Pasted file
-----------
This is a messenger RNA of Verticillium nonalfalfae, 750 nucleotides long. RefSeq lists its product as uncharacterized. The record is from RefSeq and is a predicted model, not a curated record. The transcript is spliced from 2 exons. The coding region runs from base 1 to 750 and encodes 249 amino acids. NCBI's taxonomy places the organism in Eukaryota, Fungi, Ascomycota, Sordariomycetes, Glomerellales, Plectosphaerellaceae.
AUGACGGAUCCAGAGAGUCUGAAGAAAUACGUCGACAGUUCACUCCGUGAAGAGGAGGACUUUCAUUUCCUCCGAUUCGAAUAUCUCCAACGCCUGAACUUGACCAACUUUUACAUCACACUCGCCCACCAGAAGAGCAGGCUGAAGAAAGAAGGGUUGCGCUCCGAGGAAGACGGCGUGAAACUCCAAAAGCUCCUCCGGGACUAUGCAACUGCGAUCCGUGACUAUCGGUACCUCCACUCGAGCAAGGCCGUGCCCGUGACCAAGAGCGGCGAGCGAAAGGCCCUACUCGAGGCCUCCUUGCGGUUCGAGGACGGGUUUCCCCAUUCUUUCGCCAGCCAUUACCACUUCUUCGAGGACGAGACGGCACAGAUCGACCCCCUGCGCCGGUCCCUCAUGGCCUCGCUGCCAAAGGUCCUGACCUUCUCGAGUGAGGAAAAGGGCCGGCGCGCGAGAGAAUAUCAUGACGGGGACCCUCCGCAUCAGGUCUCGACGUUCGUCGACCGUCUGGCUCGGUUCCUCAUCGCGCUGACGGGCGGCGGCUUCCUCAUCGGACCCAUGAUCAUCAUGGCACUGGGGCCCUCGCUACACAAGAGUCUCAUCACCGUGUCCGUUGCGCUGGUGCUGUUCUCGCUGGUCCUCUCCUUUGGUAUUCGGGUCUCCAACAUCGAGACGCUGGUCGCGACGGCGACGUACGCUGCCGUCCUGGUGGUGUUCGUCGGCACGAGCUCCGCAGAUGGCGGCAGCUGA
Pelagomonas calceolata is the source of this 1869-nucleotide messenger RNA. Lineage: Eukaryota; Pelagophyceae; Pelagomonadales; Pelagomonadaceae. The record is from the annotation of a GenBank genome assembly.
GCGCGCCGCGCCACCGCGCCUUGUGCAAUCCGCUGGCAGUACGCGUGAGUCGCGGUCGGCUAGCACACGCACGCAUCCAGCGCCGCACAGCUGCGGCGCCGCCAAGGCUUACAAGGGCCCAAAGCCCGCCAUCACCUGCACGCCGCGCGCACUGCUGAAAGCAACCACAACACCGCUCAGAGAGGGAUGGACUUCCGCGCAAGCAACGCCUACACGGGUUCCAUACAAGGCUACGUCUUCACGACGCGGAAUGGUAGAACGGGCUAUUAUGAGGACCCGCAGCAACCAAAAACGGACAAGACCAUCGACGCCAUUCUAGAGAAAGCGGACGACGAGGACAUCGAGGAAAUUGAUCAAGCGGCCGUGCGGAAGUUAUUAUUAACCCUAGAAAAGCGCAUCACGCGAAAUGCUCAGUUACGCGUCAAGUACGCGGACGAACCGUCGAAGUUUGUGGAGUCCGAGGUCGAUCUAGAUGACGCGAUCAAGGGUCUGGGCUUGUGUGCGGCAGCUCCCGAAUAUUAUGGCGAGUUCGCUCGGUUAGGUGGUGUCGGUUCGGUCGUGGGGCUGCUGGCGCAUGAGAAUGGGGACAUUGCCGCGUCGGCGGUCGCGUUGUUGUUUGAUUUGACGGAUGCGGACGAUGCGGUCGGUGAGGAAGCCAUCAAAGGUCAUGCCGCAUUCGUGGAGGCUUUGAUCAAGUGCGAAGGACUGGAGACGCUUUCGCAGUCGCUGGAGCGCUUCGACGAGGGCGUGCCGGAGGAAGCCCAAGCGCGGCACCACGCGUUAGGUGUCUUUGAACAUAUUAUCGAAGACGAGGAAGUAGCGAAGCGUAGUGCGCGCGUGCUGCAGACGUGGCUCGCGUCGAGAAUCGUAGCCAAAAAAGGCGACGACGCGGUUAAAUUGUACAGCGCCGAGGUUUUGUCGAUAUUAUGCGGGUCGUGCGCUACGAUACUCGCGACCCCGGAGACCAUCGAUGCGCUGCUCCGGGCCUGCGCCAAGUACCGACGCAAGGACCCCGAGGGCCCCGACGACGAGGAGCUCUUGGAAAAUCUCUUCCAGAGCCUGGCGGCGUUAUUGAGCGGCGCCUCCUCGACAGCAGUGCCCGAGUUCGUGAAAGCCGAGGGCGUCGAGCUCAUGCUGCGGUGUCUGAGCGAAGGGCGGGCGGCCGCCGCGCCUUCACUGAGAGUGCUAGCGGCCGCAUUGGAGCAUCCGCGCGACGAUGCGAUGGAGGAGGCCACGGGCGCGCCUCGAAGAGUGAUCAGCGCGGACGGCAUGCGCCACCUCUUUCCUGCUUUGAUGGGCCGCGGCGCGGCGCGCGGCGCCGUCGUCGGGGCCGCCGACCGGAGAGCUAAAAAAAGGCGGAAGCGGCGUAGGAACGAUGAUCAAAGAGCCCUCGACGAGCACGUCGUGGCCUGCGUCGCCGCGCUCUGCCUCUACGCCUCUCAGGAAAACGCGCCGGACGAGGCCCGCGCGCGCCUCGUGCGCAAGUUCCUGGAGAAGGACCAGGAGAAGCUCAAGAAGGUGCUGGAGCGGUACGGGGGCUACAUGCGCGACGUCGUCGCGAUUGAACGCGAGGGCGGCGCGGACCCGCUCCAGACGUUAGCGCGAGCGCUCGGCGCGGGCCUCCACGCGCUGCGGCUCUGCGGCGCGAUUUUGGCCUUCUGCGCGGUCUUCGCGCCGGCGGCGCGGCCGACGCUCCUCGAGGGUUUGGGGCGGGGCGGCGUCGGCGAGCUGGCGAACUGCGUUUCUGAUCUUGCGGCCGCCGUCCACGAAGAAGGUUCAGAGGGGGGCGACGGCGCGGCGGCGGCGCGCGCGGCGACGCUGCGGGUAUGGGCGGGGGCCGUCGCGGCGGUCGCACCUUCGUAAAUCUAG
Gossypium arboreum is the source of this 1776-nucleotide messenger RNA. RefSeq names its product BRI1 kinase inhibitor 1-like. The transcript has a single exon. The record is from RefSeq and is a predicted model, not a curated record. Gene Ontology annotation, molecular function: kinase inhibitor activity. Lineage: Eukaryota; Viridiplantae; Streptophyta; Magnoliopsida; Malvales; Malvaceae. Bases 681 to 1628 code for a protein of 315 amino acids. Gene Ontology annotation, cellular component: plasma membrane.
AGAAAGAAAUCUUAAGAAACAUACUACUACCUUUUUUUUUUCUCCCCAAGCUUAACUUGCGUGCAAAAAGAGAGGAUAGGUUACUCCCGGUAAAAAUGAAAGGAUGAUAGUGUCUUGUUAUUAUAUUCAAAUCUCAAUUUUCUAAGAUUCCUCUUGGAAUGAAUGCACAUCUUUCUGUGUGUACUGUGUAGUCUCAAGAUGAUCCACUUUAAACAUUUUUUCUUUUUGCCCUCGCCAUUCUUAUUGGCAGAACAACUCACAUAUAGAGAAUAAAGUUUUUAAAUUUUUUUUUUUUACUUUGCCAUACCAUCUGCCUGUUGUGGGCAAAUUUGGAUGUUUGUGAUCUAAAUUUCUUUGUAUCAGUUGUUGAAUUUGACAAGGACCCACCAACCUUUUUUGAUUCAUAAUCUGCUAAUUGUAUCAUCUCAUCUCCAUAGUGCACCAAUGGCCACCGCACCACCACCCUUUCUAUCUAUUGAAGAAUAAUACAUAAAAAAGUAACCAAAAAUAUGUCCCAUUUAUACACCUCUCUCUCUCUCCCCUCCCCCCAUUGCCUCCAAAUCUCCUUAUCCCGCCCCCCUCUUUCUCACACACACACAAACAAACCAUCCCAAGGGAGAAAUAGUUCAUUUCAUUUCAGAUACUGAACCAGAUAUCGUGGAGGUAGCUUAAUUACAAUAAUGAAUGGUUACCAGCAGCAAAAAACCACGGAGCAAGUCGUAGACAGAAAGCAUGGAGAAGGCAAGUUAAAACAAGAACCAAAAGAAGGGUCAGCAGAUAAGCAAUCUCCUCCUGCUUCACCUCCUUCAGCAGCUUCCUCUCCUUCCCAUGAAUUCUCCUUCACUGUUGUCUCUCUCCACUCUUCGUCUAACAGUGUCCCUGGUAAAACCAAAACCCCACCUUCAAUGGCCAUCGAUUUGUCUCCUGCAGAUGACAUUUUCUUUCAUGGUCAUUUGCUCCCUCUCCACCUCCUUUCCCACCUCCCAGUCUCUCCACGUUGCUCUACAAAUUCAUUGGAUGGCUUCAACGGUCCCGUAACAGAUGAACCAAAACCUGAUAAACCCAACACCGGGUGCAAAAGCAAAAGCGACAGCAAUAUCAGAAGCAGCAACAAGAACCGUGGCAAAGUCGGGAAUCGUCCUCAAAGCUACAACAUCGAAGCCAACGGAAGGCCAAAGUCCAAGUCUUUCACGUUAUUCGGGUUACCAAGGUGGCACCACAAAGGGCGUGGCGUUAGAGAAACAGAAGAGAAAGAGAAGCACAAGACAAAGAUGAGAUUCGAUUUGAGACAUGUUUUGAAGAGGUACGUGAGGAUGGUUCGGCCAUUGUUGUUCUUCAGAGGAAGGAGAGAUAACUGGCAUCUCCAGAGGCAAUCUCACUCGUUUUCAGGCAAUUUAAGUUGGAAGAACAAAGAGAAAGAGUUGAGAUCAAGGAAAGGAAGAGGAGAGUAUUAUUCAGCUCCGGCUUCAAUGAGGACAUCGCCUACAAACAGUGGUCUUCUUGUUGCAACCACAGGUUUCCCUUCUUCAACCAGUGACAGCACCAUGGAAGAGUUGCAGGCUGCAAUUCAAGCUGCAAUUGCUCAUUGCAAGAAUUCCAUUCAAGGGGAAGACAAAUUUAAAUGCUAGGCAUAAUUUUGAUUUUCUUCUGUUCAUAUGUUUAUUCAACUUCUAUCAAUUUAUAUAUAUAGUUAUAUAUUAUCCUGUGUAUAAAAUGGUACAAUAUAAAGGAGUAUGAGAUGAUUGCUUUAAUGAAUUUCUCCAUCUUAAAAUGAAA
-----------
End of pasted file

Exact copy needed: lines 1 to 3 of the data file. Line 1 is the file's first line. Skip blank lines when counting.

This is a messenger RNA of Verticillium nonalfalfae, 750 nucleotides long. RefSeq lists its product as uncharacterized. The record is from RefSeq and is a predicted model, not a curated record. The transcript is spliced from 2 exons. The coding region runs from base 1 to 750 and encodes 249 amino acids. NCBI's taxonomy places the organism in Eukaryota, Fungi, Ascomycota, Sordariomycetes, Glomerellales, Plectosphaerellaceae.
AUGACGGAUCCAGAGAGUCUGAAGAAAUACGUCGACAGUUCACUCCGUGAAGAGGAGGACUUUCAUUUCCUCCGAUUCGAAUAUCUCCAACGCCUGAACUUGACCAACUUUUACAUCACACUCGCCCACCAGAAGAGCAGGCUGAAGAAAGAAGGGUUGCGCUCCGAGGAAGACGGCGUGAAACUCCAAAAGCUCCUCCGGGACUAUGCAACUGCGAUCCGUGACUAUCGGUACCUCCACUCGAGCAAGGCCGUGCCCGUGACCAAGAGCGGCGAGCGAAAGGCCCUACUCGAGGCCUCCUUGCGGUUCGAGGACGGGUUUCCCCAUUCUUUCGCCAGCCAUUACCACUUCUUCGAGGACGAGACGGCACAGAUCGACCCCCUGCGCCGGUCCCUCAUGGCCUCGCUGCCAAAGGUCCUGACCUUCUCGAGUGAGGAAAAGGGCCGGCGCGCGAGAGAAUAUCAUGACGGGGACCCUCCGCAUCAGGUCUCGACGUUCGUCGACCGUCUGGCUCGGUUCCUCAUCGCGCUGACGGGCGGCGGCUUCCUCAUCGGACCCAUGAUCAUCAUGGCACUGGGGCCCUCGCUACACAAGAGUCUCAUCACCGUGUCCGUUGCGCUGGUGCUGUUCUCGCUGGUCCUCUCCUUUGGUAUUCGGGUCUCCAACAUCGAGACGCUGGUCGCGACGGCGACGUACGCUGCCGUCCUGGUGGUGUUCGUCGGCACGAGCUCCGCAGAUGGCGGCAGCUGA
Pelagomonas calceolata is the source of this 1869-nucleotide messenger RNA. Lineage: Eukaryota; Pelagophyceae; Pelagomonadales; Pelagomonadaceae. The record is from the annotation of a GenBank genome assembly.